Robo Rally is a board game from Wizards of the Coast, a product submitted to the company by Richard Garfield. (Wizards liked it, and mentioned that they were also looking for, say, a portable strategy game played using a deck of cards.) The game is a deceptively hard rush to get your robot to touch all of the flags in order, while avoiding the other players.
The Excuse Plot is that the players are Master Factory Computers, and they are extremely intelligent, manipulative and bored. They decide to reprogram some of the factory robots to do a race across the floors. Did I mention they have to avoid pits, lasers, fire, radioactive waste, oil spills, pushers, conveyor belts and crushers along the way? Oh, and of course the other robots. The robot can also acquire random, unique upgrades which lets them do everything from shooting two lasers at once to using a jetpack to fly across the board.
The concept is fairly simple: each player has five slots they can place a card in, which will change how their robot moves - both how far, and in which direction. After the robots all move, the floor tiles take effect, which can vary the gamut from "entering water slows your robot to a crawl", to "they are moved along the conveyor belt", to "take a point of damage from the laser beam", or simply "pushed off the tile they were standing on". Needless to say, the more players there are, the more crazy things get.
Tropes seen in this game include...
- Adaptation Distillation: Robo Runner began as a web-based version of the board game but has since practically become its own game complete with distinct minigames and AI-controlled "scanners".
- A.I. Is a Crapshoot: The robots all try to sabotage each other. With lasers.
- That's more the Master Computer telling it to sabotage their opponents. No, the real crapshoot would have to be the robots' independent personalities.
- Lasers are only the start. You can acquire bombs, one of which goes up to, basically, "trash everything around for eight squares in every direction" to tractor and pressor beams. They don't sound dangerous, but using one at juuuuust the right time can send a 'bot into a Bottomless Pit. If they're unlucky.
- Another example are the "smart" rockets, a gadget that can be programmed. They're highly unlikely to fly where you want them to.
- Artificial Stupidity - Even better; you're the one who's making the boneheaded move, though often you find out too late.
- Checkpoint: Each flag the robot touches serves as one, and they will respawn at the last one touched at their inevitable destruction.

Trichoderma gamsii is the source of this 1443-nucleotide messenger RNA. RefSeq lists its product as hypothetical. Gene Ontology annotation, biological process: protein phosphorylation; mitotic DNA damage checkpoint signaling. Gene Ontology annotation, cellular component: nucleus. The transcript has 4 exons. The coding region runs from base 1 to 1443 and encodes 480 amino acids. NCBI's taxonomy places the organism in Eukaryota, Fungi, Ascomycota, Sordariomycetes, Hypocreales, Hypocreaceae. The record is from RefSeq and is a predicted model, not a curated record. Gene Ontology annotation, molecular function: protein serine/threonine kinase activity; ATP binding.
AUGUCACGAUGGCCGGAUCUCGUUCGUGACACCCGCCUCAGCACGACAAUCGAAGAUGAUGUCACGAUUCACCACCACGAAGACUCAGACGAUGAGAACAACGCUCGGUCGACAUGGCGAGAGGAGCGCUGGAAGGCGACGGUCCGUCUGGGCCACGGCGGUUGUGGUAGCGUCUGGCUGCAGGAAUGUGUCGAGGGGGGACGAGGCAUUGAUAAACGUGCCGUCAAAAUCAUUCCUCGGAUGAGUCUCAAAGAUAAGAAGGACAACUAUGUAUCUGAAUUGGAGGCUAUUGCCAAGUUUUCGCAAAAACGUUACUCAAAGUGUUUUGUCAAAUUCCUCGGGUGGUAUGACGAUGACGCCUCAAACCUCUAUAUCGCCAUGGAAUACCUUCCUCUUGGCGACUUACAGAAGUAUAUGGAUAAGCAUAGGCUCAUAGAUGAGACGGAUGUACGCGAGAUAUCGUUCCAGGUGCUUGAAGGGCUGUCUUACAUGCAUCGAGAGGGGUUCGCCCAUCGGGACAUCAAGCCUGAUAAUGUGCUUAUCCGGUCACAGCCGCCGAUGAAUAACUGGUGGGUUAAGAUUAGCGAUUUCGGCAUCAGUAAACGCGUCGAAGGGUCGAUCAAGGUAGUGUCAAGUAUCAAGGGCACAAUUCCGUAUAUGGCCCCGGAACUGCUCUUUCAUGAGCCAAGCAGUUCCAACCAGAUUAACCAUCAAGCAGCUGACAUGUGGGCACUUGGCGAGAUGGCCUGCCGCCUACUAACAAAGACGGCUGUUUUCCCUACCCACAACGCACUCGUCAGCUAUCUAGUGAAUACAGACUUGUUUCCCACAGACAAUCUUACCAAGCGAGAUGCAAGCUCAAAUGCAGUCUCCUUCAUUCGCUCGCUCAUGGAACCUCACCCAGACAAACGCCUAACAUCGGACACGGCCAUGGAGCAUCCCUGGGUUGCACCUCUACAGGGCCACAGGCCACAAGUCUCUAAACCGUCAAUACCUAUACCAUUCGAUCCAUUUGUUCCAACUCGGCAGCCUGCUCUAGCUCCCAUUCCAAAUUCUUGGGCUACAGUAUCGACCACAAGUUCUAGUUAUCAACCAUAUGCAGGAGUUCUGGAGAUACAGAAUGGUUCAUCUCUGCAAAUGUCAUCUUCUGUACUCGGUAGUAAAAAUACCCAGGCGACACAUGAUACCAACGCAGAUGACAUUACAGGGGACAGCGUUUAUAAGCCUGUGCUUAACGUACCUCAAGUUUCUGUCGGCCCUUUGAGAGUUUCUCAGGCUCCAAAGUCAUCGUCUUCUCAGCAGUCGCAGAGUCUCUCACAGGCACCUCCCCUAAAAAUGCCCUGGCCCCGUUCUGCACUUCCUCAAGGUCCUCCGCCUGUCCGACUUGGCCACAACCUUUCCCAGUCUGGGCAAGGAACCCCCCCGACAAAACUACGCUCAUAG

- The Chew Toy: The robots themselves. It's expressely stated in the manual and backstory as to why this is; the Master Computers spent their entire existence supervising chip manufacturing, and being bored out of their processors. Cue one hapless robot's navigation system malfunctioning, followed by it stepping on a conveyor belt, sent along the belt while being cut by industrial lasers, smashed by crushers, crisped by flamethrowers, and finally dumped down an endless disposal pit. The computers were amused.
- Death Course: Fully customizeable, at that! It includes, but is not limited to, conveyor belts, pistons, crushers, laser beams, flamethrowers, bottomless pits, pools of water, currents of water, and definitely not least, your fellow players.
- Frickin' Laser Beams: As the robots' default weapons as well as Death Course elements.
- Malevolent Architecture: Some of the stages do look like factory stages. But why does a factory need a death spiral filled with lasers?
- It Seemed Like a Good Idea at the Time! Also, the control computers were indescribably bored and probably messing around with the blueprints...
- Perhaps the conveyor belt maelstrom is a garbage disposal?
- Mercy Invincibility: Not very merciful, since certain weapons and tiles can still damage you while your robot is existing as a "virtual copy". What actually happens is the robot is sent back to the last checkpoint touched, and for one turn is immune to most floor hazards - but not other players.
- No OSHA Compliance: Understatement. Especially once you add the extension.
- Programming Game: In addition to the robots themselves, some weapons let you fire missiles, which are just as programmable, but with less "memory". Another challenge to the game is some hazards only take effect on certain turns, meaning you have to time when your robot will move through, or stop on, the tiles when they're "safe". Or else.
- Rule of Cool: Why else would this game exist?
- Subsystem Damage: That bit under "Programming Game"? This is yet another way things can quickly go pear-shaped. Once certain damage thresholds are reached, an increasing number of slots for your programming cards become "locked in" and can't be changed, forcing the player to use a self-repair "weapon" (if they have one) or just try their best to work around the new handicap(s). Of course, once all the cards are locked in, the robot is destroyed... and the robot respawns and the "mercy" invincibility kicks in for a turn.
- Tractor Beam: The game features both tractor and pressor beams as upgrades that the player can opt to use instead of firing the laser. Hilarity Ensues.
- You Bastard!: Not obvious at first, but you're playing as one of the Master Factory Computers... the same computers which are sending intelligent robots to their (or if you're very good) other's doom.
- Videogame Caring Potential: There is none. Ever.
- Videogame Cruelty Potential: On the other mechanical grasping extension, there is an overabundance of this. Bump a bot into a bottomless pit! Hit it with remote-controlled rockets! Scramble its circuits! Lock it in place with goo and drop The Big One next to it!
- Or have your own robot commit suicide because it's going to die next turn anyway.